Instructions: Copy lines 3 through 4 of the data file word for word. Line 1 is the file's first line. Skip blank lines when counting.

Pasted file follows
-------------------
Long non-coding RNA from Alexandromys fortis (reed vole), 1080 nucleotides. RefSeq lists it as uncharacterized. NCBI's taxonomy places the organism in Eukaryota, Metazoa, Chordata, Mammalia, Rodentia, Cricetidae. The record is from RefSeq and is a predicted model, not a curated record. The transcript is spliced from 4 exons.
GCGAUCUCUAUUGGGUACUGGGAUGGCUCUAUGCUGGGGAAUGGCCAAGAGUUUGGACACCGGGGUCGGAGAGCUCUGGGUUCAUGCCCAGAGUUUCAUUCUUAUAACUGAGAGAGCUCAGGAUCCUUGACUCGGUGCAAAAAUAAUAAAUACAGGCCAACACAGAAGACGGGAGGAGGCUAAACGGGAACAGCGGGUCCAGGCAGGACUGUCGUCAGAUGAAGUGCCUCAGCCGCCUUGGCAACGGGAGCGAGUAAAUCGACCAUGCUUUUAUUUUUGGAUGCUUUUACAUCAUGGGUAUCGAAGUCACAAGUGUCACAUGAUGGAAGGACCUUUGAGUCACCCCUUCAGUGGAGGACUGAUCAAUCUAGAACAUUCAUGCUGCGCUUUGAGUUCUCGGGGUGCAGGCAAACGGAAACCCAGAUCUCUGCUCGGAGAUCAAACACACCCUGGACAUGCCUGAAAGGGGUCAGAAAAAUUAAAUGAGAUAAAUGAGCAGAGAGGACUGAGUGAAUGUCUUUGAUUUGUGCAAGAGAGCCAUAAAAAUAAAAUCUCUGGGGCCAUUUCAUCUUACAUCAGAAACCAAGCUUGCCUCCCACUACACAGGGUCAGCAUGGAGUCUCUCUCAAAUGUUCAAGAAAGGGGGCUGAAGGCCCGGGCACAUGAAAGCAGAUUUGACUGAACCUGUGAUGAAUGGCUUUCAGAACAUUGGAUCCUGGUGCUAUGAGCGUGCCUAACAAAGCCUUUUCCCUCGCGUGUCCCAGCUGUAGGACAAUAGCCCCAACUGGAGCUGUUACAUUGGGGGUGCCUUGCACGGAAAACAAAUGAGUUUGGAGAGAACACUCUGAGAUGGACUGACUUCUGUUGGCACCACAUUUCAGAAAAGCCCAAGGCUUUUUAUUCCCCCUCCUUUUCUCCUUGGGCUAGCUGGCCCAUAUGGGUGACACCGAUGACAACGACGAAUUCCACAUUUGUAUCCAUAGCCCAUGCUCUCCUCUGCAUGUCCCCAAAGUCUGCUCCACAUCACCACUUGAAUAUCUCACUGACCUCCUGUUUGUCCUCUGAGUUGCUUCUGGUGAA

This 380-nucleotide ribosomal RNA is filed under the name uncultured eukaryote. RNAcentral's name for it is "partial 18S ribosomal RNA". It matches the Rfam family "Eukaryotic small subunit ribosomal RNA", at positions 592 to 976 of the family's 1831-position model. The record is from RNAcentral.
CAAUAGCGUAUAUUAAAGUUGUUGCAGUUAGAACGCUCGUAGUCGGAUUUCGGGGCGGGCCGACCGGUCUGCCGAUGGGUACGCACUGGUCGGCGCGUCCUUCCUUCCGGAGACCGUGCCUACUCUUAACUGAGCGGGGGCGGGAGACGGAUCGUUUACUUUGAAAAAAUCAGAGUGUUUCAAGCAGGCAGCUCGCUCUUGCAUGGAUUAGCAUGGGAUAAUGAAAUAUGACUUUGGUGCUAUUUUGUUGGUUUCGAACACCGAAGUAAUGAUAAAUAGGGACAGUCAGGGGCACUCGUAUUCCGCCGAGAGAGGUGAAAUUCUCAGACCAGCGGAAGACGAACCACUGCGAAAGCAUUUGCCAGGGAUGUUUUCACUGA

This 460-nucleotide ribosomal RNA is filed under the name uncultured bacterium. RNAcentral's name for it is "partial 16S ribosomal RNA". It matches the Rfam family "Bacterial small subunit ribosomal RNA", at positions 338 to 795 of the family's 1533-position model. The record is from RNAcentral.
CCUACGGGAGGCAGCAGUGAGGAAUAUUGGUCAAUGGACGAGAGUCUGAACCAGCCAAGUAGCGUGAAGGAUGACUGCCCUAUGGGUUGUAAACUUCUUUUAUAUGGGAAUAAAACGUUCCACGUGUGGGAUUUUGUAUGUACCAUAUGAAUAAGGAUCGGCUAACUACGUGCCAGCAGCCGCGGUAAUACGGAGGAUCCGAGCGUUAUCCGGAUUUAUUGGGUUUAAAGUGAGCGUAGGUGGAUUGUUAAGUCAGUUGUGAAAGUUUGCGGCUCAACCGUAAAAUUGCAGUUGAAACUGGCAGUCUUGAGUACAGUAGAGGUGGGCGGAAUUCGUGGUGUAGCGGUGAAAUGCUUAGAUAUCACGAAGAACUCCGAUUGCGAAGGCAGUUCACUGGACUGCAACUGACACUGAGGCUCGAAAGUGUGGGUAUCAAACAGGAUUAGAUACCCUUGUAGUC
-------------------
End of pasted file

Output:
This 380-nucleotide ribosomal RNA is filed under the name uncultured eukaryote. RNAcentral's name for it is "partial 18S ribosomal RNA". It matches the Rfam family "Eukaryotic small subunit ribosomal RNA", at positions 592 to 976 of the family's 1831-position model. The record is from RNAcentral.
CAAUAGCGUAUAUUAAAGUUGUUGCAGUUAGAACGCUCGUAGUCGGAUUUCGGGGCGGGCCGACCGGUCUGCCGAUGGGUACGCACUGGUCGGCGCGUCCUUCCUUCCGGAGACCGUGCCUACUCUUAACUGAGCGGGGGCGGGAGACGGAUCGUUUACUUUGAAAAAAUCAGAGUGUUUCAAGCAGGCAGCUCGCUCUUGCAUGGAUUAGCAUGGGAUAAUGAAAUAUGACUUUGGUGCUAUUUUGUUGGUUUCGAACACCGAAGUAAUGAUAAAUAGGGACAGUCAGGGGCACUCGUAUUCCGCCGAGAGAGGUGAAAUUCUCAGACCAGCGGAAGACGAACCACUGCGAAAGCAUUUGCCAGGGAUGUUUUCACUGA